A reader writes:
I am currently job searching and my dad let me know about an opening at his workplace that I qualify for. He works for a really cool organization that I’d love to work for regardless of his involvement. We wouldn’t be in the same department, but it’s a very small office and I’d have the cube next to his. I am working out my own comfort level with working right next to my dad every day until he retires in a few years, but I’m wondering if there are any pitfalls in general that I should think about when considering this.
Well, you’re asking for pitfalls, so I’m going to give you a big, scary list — but be aware that none of them might come to fruition. But you asked, so here goes:
For starters, if his company is smart, they’ll be very wary of doing this, because what if they hire you, it doesn’t work out, and they have to fire you? How’s that going to impact your dad? Is he really going to stay happy at a workplace that fired his daughter? Are they willing to accept that the price of hiring you could be to potentially lose your dad, who’s probably fairly senior, or deal with him being unhappy? (They probably shouldn’t be willing to make that trade-off, not unless your skills are unusually impressive and hard to find.) And are you willing to potentially put your dad in that position? (You probably shouldn’t be.)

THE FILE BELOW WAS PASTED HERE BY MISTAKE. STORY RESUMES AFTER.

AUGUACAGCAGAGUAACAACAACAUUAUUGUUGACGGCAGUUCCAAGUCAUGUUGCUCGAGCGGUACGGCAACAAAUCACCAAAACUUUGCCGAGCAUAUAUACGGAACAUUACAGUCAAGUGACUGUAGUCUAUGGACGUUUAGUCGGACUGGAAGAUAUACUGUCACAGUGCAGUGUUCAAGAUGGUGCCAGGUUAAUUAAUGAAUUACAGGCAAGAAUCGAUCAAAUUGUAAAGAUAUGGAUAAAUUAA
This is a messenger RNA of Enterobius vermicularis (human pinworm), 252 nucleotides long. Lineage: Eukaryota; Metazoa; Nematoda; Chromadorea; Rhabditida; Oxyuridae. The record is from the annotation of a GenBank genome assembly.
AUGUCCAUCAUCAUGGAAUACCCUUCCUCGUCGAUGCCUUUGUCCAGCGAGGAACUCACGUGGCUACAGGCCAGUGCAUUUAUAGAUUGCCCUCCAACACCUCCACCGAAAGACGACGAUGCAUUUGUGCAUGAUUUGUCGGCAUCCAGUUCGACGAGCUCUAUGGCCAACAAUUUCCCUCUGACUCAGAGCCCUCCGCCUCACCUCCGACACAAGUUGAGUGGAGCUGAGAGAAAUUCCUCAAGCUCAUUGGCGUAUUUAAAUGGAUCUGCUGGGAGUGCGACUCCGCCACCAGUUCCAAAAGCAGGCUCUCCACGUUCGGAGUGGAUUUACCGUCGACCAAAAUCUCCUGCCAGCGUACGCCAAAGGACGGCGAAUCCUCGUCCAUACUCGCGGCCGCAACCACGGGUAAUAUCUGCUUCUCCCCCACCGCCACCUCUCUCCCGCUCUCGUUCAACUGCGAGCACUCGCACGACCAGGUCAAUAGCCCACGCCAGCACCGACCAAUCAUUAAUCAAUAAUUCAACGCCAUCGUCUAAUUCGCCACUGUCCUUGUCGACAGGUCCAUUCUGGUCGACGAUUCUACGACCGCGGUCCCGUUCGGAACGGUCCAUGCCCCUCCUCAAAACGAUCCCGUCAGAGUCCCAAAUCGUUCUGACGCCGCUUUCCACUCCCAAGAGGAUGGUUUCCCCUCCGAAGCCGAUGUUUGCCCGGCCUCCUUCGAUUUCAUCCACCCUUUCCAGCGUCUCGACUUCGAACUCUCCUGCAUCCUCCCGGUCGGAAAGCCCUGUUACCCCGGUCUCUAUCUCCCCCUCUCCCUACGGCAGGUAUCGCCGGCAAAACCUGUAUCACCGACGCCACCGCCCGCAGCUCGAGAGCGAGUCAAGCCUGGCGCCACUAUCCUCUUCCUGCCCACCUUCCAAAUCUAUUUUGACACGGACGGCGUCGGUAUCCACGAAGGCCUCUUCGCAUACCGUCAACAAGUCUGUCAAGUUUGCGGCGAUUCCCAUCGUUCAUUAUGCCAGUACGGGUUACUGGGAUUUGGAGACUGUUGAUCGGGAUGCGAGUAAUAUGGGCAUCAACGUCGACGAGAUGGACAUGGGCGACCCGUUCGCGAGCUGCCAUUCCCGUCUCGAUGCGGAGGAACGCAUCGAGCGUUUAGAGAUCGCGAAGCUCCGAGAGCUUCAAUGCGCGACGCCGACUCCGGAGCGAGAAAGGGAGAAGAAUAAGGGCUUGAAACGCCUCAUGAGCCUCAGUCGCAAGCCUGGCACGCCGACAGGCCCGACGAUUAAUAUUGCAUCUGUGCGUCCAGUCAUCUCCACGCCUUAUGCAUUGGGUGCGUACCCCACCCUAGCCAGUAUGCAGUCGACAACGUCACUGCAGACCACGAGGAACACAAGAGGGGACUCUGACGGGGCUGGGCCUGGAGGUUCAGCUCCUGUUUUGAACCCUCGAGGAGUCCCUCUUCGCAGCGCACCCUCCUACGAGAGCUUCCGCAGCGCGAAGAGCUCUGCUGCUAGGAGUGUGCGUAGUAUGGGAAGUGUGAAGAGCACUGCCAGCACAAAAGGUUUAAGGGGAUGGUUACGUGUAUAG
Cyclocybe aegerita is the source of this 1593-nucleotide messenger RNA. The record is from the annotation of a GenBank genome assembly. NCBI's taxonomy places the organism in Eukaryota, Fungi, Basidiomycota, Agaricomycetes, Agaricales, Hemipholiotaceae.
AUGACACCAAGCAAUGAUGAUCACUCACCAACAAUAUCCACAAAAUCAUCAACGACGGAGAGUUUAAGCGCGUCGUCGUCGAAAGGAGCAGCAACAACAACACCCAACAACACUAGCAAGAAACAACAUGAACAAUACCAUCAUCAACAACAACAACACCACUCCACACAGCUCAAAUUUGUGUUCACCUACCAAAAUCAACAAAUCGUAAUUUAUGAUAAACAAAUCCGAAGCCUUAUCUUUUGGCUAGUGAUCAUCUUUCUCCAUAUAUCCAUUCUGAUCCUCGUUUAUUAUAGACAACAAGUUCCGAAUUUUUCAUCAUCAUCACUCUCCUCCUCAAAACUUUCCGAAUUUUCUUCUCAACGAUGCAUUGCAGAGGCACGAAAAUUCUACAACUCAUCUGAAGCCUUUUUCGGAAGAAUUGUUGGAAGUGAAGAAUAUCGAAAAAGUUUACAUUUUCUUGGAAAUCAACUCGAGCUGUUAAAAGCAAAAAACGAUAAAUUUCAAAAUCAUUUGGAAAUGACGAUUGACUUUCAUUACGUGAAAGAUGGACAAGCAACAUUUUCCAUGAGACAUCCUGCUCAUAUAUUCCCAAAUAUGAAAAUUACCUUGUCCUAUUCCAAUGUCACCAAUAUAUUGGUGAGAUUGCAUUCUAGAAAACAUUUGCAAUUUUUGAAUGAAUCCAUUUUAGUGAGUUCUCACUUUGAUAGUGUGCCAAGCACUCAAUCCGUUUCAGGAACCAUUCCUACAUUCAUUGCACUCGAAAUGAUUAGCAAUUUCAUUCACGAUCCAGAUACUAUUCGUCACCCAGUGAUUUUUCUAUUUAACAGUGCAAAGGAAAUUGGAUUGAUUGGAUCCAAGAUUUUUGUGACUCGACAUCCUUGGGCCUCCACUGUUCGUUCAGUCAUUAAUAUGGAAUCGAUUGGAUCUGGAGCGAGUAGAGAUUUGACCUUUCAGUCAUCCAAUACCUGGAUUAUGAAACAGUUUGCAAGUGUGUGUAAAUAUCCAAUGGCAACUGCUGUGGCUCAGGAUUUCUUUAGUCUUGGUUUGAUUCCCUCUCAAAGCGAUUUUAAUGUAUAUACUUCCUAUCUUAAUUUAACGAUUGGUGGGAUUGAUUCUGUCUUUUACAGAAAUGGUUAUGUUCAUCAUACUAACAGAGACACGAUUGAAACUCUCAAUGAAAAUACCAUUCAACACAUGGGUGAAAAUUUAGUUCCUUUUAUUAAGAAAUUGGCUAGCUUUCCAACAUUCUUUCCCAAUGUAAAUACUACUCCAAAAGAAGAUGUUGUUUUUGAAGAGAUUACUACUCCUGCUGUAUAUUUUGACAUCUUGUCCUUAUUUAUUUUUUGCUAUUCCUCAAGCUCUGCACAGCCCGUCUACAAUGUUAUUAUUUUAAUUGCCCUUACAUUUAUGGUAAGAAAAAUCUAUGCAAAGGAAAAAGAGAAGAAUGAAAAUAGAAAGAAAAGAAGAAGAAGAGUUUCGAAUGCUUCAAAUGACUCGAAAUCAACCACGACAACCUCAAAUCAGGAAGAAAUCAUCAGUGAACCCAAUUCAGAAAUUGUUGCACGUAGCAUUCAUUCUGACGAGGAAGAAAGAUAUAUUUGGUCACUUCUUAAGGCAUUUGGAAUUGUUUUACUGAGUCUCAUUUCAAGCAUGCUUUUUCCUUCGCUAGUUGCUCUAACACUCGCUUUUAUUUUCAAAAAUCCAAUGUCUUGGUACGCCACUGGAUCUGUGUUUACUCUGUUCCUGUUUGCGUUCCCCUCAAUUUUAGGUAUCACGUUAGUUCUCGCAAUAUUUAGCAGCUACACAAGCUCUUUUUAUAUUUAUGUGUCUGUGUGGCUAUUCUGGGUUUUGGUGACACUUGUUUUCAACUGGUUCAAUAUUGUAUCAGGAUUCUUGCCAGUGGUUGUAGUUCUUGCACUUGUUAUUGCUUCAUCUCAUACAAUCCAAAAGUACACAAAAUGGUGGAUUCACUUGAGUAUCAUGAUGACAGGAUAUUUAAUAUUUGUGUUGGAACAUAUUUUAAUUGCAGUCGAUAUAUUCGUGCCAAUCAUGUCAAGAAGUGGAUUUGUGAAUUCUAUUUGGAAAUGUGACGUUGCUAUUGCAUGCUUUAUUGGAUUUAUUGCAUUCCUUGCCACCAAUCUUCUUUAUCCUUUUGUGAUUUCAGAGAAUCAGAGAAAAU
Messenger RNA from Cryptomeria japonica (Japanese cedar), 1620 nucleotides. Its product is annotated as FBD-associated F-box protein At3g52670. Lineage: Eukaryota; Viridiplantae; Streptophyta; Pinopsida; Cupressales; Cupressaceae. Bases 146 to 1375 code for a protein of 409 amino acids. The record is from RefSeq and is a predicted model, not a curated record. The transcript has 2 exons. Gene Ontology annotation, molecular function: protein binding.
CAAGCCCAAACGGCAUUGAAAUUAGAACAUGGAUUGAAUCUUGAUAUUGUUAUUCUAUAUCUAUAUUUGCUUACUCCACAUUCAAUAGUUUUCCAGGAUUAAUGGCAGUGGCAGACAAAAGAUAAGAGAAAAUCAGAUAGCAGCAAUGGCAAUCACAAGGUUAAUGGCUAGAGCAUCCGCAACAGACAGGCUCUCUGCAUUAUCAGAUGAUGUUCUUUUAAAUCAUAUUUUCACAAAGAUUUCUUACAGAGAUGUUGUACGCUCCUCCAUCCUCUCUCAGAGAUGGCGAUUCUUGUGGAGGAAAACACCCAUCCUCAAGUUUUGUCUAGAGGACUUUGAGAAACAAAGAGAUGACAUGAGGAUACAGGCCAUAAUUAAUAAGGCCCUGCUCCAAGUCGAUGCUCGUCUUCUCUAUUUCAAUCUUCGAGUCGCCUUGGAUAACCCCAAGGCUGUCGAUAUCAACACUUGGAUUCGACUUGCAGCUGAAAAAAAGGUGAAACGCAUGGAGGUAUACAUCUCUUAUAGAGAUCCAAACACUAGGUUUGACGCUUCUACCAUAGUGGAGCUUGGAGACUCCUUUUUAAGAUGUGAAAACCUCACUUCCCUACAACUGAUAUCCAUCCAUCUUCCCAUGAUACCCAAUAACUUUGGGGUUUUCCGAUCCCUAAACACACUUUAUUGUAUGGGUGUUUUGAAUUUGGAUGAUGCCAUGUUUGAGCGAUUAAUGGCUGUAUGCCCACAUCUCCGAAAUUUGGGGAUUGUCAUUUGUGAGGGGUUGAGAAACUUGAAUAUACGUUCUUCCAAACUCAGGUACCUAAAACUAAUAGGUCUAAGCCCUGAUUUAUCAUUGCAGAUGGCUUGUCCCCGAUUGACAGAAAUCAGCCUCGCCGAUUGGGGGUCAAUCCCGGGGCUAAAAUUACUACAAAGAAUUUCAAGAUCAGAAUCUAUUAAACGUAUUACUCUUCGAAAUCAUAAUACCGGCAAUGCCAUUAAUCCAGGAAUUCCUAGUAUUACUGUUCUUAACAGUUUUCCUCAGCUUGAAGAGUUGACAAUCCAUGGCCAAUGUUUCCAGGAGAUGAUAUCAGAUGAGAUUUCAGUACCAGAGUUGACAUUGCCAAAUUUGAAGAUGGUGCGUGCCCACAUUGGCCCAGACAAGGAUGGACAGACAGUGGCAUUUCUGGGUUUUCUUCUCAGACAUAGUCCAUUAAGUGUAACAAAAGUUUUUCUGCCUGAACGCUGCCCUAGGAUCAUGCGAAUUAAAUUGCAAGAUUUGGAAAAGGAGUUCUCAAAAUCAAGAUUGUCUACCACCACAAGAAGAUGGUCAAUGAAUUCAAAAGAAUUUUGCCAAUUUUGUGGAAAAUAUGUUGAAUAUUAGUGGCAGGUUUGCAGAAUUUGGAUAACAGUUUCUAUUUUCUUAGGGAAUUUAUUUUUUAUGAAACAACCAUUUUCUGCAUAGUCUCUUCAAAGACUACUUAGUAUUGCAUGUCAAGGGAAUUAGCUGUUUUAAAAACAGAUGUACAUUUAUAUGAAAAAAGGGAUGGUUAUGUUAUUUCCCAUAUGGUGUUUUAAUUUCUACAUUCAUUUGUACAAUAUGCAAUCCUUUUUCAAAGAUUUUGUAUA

You might think that’s a non-issue because of course you’ll never get fired, but no one ever takes a job thinking they’re going to lose it … and yet, people do get fired, all the time. You could have a crazy boss (and even if your father tells you the boss you’d have is great, she could quit tomorrow and be replaced by a loon), or it could just end up being the wrong fit. You can’t predict this stuff with certainty.
Pitfalls aside from that … You risk people thinking that you only got the job because of your father. You risk overhearing people saying things about your dad that you really don’t want to hear. You risk seeing your dad in a new light, one that isn’t necessarily flattering. (What if you find out he’s incompetent?) You risk your relationship with your dad changing in ways that you may or may not like, because he’ll see you at work, potentially have opinions about your work, and potentially have opinions about how you carry yourself at work — and vice versa.
Of course, none of it might play out like this, and you might discover that you both love working together. It might bring you closer in ways that you really appreciate. It might show you a different side of your dad that you value getting to see.
But you asked for pitfalls, so there they are. Let us know what happens!